Unconventional interactions between 2D excitons and their environment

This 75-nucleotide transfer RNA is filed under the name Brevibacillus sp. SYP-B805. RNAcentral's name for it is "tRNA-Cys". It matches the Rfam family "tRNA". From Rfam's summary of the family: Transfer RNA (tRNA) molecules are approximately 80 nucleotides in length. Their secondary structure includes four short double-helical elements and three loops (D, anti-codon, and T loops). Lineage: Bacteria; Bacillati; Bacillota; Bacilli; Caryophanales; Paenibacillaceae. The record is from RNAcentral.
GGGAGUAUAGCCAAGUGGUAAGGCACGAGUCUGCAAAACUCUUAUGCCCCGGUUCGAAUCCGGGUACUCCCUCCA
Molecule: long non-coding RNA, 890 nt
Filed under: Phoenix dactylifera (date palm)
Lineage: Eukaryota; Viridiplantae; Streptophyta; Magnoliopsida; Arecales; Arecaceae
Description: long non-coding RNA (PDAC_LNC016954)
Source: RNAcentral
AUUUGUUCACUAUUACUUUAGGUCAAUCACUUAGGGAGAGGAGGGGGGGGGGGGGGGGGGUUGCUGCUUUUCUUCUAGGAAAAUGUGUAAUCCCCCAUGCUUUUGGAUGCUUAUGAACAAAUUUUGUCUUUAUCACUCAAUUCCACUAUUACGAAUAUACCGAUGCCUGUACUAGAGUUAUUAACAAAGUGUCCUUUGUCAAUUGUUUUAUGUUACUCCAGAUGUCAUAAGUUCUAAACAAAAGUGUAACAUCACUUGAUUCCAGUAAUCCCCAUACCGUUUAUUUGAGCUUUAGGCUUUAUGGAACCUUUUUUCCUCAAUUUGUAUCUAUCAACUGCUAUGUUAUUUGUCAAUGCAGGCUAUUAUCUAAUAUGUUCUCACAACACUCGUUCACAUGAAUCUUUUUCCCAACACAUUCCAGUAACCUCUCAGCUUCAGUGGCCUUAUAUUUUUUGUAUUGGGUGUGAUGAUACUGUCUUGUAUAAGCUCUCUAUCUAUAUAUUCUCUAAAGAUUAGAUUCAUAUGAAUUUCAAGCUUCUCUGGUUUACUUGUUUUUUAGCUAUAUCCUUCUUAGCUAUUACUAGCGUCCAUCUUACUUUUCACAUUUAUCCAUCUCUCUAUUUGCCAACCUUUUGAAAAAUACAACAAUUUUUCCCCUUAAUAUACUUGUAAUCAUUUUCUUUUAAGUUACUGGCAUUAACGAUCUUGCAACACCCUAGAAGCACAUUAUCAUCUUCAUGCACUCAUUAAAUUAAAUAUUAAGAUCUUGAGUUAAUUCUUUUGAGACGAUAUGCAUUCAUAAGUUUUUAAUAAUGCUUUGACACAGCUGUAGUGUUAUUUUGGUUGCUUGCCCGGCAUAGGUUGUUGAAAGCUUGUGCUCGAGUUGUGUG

Excitons and excitonic complexes (EC) are solid-state analogs of atoms and molecules. Simple hydrogen-like states can be studied using a plain Schrodinger equation. However, when an EC is coupled to a medium with a frequency- or momentum-dependent dielectric function, ε(ω, q), the quantum-mechanical description of such system becomes less trivial. The first part of this talk describes a treatment of many-body states of charged particles coupled to a frequencydependent medium. I will show that the problem of dynamically screened ECs can be formally reduced to a simple problem of an EC in an effectively static medium. The environment’s effective dielectric constant ‘perceived’ by ECs depends on the symmetries of EC wavefunctions and their binding energies. This approach is applicable to individual electrons as well as to large many-body complexes. Predictions of environmental effects on EC binding were experimentally verified using neutral, charged and defect-bound excitons in monolayer WS2 screened by liquid, metallic and semiconducting environments. In the second part of the talk I will show that coupling of excitons to some metamaterials with momentum-dependent dielectric functions, ε( ~k), allows creation of ultrarelativistic excitons with high momenta. As a result of the Lorentz contraction, one can observe transient one-dimensional relativistic excitons in two-dimensional graphene.